Digitisation, bandwidth and processing power have been expanding exponentially for over a decade. This crisis, with its restrictions on movement and the economic storm that promises to follow in its wake, means that now is the time to deploy these tools in new and imaginative ways. Yes, I know; a digitised parish record doesn’t offer the texture and sound of rough paper, the smell of age, the experience of turning the pages of history. But it whets the appetite and carries something of that experience to a far wider audience than the one we reach in the search room. And we can now film our records and storerooms, capture the sound of leather bindings and maps unrolling, compare and cross reference their data, talk to people around the world about them with nothing more than a smartphone and an internet connection.
When the current emergency eases there will be a reckoning. You know the drill; budget cuts, mergers, service and staff reductions. Notwithstanding any statutory protection, our Scottish archive services will come under pressure to reduce their costs along with everyone else. In recent years those archive services with strong links to their local schools and communities through active education and outreach programmes have proven more resilient to these pressures.
And archives-based education and outreach work is going to change considerably over the next 12-18 months, bringing longer-term changes to ways of working with schools, groups, researchers, and local communities. With limits on travel and face-to-face meetings, budgetary restrictions and the rapid adoption of digital tools and online capabilities, remote delivery of outreach programmes will take precedence over on-site visits. There will always be a place for physically meeting and working together and experiencing archival records first-hand, but for now the world has tilted a different way.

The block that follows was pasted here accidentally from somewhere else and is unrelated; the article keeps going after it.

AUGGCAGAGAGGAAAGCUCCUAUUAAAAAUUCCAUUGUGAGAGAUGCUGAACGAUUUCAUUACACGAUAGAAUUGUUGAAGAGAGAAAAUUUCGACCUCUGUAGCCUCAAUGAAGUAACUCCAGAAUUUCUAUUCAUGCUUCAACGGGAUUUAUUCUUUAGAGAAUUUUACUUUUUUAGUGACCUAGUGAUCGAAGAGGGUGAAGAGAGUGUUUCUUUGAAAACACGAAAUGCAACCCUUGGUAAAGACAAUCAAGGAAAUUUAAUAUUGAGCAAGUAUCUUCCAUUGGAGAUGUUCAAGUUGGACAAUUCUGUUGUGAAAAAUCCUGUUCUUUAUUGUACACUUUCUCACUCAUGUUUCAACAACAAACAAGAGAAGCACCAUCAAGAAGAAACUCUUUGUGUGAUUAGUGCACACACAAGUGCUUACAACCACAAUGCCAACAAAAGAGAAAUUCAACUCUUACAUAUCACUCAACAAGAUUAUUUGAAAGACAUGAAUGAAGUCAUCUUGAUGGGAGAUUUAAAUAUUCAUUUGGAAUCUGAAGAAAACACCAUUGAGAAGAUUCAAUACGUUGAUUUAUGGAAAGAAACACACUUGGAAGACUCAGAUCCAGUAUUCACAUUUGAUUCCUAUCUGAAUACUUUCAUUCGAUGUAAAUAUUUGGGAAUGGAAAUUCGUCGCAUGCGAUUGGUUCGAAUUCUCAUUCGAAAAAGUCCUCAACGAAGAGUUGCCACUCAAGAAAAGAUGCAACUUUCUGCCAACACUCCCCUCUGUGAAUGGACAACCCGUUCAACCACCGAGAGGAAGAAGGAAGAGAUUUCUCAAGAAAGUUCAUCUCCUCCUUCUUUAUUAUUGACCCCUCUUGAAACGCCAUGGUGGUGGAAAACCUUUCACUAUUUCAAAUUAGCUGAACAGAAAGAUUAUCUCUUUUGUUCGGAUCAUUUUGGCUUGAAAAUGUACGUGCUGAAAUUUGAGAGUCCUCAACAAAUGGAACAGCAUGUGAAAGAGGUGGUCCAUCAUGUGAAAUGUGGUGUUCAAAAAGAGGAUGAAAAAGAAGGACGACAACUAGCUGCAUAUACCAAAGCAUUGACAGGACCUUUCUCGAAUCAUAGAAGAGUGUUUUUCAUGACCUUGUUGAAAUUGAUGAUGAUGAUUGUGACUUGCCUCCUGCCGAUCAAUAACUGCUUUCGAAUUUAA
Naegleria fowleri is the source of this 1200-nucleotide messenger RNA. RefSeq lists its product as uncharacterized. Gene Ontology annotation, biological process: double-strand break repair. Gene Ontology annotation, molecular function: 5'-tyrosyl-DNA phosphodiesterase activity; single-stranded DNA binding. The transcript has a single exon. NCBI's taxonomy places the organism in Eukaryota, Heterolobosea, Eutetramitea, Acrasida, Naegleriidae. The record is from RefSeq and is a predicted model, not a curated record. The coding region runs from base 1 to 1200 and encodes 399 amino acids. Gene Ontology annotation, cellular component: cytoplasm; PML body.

Over the next few months I’ll be consulting with you about this. I’ll be looking for new ways for us to be in touch with each other and with our schools and communities. I’ll be researching and demonstrating innovative ways of working online and with digital tools. Here at SCA Towers we’re developing a new virtual version of our Education Coaching Programme, as well as online learning modules, live webinars, new exemplar resources and regular updates on what’s happening in Ambridge. I want to hear from you about any and all of this (except Ambridge). How we can be of most value to you in responding creatively to the restrictions imposed by the pandemic?
Drop me an e-mail via the form below. Let me know if you’re available for a chat by Skype or Zoom or Teams or your preferred video app. Tell me how I can assist with getting your outreach work online and out to the people you want to reach. Tell me what you need to make these changes happen.
The Archers editors missed an opportunity, I reckon. Ambridge under coronavirus lockdown would be an interesting place. Sure, there would be a lot of Netflix watching and endless new things to do with stewed apples, but think of the clandestine activities, the intense family dramas, the chance to get rid of some frankly tiresome characters. And they’d all be listening to their radios. Do people in Ambridge listen to The Archers on the radio? Of course they do, but in their version there’s a global pandemic underway.
SCA Education Development Officer